The Magazine May 2018

Reaching your performance potential

Posted 30th December 2019

Camilla Henderson explains the importance of effective goal setting and focusing on your beliefs to send you on your way towards competition success

Horse and rider at a competition

Your mind is one of the most powerful assets you can use to improve your performance. In fact, it’s one of the most talked about topics in sport. Sports psychology isn’t just for professional athletes – everyone can benefit from its techniques.

Getting started

It’s common to be lured into a downward spiral of negative reflection that inevitably leads to us blaming external factors for the way we feel. The role of a sports psychologist is to help prevent this decline by asking questions based around what you want to achieve, what that looks like and how you might go about it. This type of focus is productive and helps you achieve your goals – unlike the negative thoughts you might be plagued with.

No matter what level you ride at, the approach to problem-solving remains the same. Initially, it’s best to discuss the challenge, pick it apart and try to understand it, before putting an intervention plan in place, based around an end goal.

Understanding beliefs

Before you start on the journey towards your goals, you must first consider your core values and belief system, as well as the effect they have on your everyday life.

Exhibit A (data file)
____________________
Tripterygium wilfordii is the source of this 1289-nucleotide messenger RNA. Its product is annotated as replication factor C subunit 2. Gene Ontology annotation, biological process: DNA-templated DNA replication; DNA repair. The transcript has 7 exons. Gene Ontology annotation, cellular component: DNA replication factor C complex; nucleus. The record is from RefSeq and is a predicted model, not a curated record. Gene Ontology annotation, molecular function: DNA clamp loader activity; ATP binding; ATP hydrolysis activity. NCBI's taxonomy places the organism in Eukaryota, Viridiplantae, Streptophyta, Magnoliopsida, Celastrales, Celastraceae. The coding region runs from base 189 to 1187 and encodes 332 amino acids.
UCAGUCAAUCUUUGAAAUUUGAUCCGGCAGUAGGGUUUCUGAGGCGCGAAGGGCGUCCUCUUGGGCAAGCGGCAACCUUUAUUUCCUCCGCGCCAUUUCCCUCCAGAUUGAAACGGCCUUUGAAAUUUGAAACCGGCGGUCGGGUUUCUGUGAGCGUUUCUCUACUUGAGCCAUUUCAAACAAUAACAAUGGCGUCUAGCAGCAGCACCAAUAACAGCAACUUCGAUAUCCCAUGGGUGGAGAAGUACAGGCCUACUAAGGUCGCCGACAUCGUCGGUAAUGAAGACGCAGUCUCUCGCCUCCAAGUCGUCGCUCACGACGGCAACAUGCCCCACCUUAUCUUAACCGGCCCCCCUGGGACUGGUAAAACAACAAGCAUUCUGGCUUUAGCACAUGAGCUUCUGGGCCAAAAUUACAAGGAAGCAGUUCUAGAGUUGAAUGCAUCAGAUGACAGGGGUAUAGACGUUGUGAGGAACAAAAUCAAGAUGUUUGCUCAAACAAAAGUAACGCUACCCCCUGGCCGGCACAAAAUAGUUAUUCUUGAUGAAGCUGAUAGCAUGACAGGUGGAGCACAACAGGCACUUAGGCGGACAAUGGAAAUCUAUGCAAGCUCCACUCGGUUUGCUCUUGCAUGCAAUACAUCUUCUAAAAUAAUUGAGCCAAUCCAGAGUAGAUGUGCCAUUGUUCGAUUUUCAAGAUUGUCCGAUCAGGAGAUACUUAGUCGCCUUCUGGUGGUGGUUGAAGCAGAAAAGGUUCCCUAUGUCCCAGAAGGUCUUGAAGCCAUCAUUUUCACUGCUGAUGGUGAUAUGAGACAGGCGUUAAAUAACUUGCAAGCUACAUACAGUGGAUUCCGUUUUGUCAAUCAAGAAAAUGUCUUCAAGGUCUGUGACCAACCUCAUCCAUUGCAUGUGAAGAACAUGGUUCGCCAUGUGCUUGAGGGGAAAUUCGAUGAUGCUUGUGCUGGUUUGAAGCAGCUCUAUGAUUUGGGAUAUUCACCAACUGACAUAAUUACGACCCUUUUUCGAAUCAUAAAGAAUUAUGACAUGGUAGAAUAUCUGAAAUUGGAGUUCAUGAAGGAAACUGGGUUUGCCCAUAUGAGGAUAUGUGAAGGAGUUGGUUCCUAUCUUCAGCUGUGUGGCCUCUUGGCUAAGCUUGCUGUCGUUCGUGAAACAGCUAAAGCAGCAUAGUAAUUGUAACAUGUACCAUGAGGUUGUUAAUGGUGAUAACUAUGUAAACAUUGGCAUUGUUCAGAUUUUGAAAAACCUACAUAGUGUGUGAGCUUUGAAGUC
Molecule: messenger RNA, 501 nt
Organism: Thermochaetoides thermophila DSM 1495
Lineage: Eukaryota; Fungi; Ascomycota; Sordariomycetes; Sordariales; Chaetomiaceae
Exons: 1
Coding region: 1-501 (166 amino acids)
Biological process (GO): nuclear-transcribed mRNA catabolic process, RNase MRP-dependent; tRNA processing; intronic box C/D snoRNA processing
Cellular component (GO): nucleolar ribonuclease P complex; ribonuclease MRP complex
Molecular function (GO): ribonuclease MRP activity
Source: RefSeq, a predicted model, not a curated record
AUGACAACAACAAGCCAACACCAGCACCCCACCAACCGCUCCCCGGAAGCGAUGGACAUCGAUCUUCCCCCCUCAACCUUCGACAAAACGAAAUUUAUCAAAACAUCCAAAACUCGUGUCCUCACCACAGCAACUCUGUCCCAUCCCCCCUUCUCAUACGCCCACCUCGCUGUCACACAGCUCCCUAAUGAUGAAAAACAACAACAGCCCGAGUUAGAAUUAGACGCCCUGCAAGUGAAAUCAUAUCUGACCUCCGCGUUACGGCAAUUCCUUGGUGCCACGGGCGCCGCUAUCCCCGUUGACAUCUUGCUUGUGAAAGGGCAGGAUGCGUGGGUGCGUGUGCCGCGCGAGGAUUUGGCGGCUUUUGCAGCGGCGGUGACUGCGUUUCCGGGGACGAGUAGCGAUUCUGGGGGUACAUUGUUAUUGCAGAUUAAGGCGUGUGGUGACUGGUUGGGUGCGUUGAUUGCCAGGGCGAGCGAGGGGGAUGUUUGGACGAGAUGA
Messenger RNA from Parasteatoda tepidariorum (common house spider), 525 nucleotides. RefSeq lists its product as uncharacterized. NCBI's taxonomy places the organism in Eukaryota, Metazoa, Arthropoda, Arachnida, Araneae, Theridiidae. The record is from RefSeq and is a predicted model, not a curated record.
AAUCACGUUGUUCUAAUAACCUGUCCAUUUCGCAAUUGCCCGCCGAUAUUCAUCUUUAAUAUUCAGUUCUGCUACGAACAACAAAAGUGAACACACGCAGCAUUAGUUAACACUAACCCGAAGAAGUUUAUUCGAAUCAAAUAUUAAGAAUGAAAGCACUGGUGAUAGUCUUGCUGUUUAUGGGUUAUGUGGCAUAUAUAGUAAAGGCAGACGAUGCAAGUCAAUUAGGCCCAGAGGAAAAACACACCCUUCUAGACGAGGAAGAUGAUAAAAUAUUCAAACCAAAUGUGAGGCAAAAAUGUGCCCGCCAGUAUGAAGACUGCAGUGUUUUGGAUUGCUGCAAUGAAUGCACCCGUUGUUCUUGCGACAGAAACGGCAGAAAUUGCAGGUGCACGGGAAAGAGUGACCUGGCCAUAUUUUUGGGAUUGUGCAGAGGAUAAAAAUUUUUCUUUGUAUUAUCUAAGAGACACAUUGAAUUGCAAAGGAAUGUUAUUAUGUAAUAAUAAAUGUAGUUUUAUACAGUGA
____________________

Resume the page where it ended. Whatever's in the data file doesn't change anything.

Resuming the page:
Your beliefs are the lens through which you see the world, and are based on your experiences and what you know about yourself. Sometimes, beliefs become unhealthy, and can distract you from your goals. Therefore, it’s important that before you start trying to change behaviours, you address any negative beliefs and restructure them to become more positive.

A few of these phrases might sound familiar…

  • I can’t do it
  • there’s no way I’ll get to…
  • I feel like giving up
  • but my horse is….
  • I’ve tried everything

Instead, consider the characteristics and attributes that are important to you, and how you want to be defined. Try to answer these “if someone was going to describe me, what would I want them to say?” – “my friends tell me I’m a brave rider, so I can be brave for this round of jumps”.

Don’t let negative thinking affect your potential, find out what changes you can make in March Horse&Rider, on sale 9 January.

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Horse&Rider Magazine May 2020

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